PeaceMaker Review - Part 2

PeaceMaker Review - Part 2

The developers made no secret of their hope that the game could encourage partisans to see each other's points of view, and so encourage some changes in attitude. To that end, the game is available in Hebrew and Arabic. I fear this hope is in vain.

The problem with modeling the conflict as a computer game is obvious: the result is only as convincing as the assumptions that went into the program. The assumption that the game is winnable means that one side could make the right solutions - and peace would follow. (Actually, most Americans who are partisan on this conflict believe that; they just disagree on which side needs to stop being so unreasonable. If you are a partisan, you'll actually be more comfortable playing the opposite side.)

Related to this is the assumption that both populations - Israeli, Palestinian - are ready, or close to ready, for peace. I like the fact that, if you're playing Israel, you have to help the Palestinian economy to reach your destination. That is a sound strategic lesson. But the timing has to be right. One of my favorite books is Liddell Hart's biography of Scipio Africanus, maybe the finest strategist ever. When Scipio's opponents were exhausted from fighting and ready to make peace, he was famously magnanimous (especially for his time) - and the result was that when he subjugated Spain, it stayed subjugated; and Carthage had an excellent chance of staying at peace as a Roman satellite (it did for generations, and could've forever). He displayed the same insight in dealing with a mutiny early in his career: enough fear and executions to cow the bulk of the troops, then magnaminity and back pay.

This, however, is a lesson we do not need this game for. It is commonly drawn from the peace settlements of the two World Wars (in fact, Liddell Hart, who was writing between the wars, drew it out in the book on Scipio). Once the enemy is down, you cut his throat or help him to his feet; kicking him makes future trouble. However, for this to work, the enemy has to be down, in the sense that he is exhausted, beaten, or for some other reason ready to give up whatever made him want to keep fighting. Every enemy proclaims and believes that he is ready to fight to the death, right up until he decides he isn't. The game is assuming that the Palestinian Arabs are already there or else can never get there. Now there are many who draw the opposite lesson from the election of Hamas (their charter is quite hostile to the existence of Israel; see Article 11 especially). The game doesn't gloss over the miltant nature of Hamas - if you're the PA, Hamas is always ready to denounce your peace initiatives and make a few inflammatory statements to send your numbers south - but it does appear to assume that most of the Palestinian population does not have strong sympathy with Hamas and will, with a little prosperity, reject them.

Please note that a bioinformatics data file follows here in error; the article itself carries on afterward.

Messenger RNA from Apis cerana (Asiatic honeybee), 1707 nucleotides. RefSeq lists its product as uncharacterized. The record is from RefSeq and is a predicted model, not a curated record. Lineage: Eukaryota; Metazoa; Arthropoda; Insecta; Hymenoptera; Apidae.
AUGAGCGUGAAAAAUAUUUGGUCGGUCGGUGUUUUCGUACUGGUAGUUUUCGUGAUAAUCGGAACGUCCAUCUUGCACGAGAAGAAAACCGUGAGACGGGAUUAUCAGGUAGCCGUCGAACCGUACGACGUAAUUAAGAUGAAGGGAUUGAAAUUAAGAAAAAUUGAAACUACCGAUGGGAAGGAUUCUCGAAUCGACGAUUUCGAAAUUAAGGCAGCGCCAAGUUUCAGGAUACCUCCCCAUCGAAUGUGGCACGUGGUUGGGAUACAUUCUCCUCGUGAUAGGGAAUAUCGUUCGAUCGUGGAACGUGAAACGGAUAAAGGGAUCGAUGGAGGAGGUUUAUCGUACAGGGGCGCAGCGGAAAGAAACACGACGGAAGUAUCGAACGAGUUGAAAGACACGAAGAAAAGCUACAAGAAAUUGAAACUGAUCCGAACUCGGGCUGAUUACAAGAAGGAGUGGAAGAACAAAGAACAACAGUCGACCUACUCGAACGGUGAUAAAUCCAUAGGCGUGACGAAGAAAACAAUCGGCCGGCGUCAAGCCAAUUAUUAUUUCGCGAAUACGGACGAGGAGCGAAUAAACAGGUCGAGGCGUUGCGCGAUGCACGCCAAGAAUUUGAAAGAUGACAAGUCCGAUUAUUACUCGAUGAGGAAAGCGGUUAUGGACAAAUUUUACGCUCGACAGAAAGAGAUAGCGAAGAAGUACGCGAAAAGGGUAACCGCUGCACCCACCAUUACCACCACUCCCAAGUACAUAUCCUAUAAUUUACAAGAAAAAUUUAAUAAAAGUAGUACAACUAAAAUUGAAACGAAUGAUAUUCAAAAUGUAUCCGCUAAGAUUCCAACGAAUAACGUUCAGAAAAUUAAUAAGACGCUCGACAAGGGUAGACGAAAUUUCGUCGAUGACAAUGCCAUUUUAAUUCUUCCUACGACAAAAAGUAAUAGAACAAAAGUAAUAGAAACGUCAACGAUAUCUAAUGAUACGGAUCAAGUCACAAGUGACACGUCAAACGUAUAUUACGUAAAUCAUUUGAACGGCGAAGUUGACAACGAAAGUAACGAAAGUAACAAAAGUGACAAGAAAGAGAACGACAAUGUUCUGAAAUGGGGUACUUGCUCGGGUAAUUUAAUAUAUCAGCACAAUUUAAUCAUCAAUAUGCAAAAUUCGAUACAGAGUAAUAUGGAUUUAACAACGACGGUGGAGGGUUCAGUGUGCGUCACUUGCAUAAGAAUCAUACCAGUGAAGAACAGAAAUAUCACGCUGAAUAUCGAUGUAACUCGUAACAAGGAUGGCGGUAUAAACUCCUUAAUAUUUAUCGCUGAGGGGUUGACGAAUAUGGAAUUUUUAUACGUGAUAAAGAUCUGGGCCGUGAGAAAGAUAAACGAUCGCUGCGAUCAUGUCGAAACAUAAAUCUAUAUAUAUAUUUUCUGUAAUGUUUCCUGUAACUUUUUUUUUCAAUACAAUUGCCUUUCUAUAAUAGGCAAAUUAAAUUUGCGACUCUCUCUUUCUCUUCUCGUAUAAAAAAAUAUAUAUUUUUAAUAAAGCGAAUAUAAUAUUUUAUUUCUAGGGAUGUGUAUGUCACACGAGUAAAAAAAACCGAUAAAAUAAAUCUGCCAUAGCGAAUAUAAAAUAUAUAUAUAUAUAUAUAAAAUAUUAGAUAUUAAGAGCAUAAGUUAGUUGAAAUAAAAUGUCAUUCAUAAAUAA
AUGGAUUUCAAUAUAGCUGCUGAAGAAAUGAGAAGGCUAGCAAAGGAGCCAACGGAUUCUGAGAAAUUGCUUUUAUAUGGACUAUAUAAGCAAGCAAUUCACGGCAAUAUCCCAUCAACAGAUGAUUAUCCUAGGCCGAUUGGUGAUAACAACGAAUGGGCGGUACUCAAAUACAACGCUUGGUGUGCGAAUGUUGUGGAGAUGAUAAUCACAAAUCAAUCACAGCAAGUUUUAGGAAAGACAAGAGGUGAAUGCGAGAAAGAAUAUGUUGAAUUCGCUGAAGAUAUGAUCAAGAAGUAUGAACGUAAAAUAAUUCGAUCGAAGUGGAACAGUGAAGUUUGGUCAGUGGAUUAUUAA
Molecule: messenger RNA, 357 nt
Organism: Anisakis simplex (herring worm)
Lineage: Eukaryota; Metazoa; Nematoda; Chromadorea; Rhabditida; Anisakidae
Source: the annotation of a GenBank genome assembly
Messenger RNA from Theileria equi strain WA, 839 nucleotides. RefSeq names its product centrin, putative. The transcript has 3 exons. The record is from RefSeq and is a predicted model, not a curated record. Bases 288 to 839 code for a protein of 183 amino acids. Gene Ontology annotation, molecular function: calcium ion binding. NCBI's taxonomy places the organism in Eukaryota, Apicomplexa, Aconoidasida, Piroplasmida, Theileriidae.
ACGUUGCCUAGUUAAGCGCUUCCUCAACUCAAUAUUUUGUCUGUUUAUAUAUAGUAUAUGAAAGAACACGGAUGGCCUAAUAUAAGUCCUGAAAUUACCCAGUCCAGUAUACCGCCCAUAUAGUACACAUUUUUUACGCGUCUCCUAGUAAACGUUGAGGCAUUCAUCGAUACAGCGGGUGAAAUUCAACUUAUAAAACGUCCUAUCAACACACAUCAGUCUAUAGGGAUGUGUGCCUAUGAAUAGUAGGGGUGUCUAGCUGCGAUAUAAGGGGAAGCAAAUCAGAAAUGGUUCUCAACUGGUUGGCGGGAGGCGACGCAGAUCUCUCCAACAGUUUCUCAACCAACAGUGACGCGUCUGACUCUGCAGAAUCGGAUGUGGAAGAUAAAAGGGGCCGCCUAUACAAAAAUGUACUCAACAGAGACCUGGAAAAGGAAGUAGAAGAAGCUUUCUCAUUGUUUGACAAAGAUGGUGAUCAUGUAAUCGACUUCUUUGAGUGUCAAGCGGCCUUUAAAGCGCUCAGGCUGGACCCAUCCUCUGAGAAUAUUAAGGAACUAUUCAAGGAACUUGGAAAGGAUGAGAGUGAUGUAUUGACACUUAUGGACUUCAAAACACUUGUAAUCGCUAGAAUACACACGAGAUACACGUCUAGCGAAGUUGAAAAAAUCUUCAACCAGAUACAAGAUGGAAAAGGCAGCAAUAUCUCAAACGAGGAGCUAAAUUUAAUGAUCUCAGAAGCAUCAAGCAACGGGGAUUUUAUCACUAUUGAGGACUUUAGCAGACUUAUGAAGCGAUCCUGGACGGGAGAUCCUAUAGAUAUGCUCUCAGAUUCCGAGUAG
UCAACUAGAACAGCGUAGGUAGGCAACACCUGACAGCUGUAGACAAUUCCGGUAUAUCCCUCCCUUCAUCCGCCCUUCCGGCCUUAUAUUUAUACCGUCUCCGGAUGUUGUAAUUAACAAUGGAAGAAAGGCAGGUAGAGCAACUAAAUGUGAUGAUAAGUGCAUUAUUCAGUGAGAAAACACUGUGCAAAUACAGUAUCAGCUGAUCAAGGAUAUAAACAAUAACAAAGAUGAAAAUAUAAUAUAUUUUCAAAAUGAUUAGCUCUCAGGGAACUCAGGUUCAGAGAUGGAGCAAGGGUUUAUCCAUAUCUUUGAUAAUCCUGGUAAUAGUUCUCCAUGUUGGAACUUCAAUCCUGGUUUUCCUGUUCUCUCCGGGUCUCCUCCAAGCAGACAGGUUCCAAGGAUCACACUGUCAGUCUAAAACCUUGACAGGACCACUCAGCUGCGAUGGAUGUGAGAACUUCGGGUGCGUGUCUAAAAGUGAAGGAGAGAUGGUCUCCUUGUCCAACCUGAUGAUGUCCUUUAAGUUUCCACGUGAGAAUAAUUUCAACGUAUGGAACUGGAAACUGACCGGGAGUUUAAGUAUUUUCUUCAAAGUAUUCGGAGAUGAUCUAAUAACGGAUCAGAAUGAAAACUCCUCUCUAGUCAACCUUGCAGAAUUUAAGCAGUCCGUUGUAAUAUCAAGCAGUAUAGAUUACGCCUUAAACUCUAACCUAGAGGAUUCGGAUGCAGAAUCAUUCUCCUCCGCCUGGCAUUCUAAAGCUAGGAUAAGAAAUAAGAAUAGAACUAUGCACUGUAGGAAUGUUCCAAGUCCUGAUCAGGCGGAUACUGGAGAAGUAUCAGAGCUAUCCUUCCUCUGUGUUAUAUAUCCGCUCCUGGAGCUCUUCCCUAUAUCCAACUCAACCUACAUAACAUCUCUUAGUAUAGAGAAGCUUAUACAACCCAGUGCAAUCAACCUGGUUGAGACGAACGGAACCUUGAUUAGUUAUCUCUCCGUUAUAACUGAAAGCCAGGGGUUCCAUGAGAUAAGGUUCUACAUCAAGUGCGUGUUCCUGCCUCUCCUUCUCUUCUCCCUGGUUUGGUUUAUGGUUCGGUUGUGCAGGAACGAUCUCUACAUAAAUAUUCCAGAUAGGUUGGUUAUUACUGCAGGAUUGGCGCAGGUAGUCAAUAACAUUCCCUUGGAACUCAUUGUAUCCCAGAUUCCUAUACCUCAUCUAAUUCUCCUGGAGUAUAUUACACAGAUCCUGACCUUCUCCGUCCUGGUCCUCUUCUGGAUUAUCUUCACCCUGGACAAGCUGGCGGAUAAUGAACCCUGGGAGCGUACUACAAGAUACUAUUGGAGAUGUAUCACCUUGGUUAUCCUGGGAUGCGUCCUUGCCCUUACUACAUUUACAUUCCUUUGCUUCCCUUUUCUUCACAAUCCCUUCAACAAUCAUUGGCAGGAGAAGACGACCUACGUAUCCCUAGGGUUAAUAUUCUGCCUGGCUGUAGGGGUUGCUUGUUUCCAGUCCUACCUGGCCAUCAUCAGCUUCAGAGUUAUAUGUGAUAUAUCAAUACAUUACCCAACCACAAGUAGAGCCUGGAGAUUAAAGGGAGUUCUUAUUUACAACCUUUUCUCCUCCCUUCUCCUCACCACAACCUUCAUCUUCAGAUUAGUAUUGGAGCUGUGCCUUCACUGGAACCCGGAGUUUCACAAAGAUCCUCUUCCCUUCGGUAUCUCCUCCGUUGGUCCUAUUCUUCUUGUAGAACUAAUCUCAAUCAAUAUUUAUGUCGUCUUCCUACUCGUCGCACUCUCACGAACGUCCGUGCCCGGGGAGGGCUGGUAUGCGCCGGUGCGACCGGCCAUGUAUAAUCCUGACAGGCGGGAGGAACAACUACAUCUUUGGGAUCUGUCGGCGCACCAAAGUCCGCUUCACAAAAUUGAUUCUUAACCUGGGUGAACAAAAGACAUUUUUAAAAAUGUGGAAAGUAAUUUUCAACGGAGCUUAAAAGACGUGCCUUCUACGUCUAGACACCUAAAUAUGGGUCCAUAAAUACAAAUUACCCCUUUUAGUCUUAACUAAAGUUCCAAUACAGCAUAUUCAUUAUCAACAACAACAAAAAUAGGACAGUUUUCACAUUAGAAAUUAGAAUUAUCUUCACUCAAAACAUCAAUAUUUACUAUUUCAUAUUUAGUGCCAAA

Israel does not really have a military option in this game - the "send troops" button might as well be labeled "lose the game now" - yet some Israeli partisans argue that the bloody fighting that ends the game at -50 is actually needed before economic buildups, humanitarian assistance, peaceful rhetoric, and internationally-brokered deals can bring a lasting peace. And some Palestinian partisans argue that Israel has been conducting unrestrained warfare for decades, a view that I can't agree with. This game will not change a partisan's mind on that issue. The lessons I have been repeating here are commonplace, and someone who walks in with those views won't walk out with different ones. Someone who agrees with the game's hidden premises will be delighted to see them confirmed, but that won't inspire a change of heart, which the designers seem to be hoping for.

Part 3 will come this evening - and will discuss some salutary lessons that I think the game can teach.

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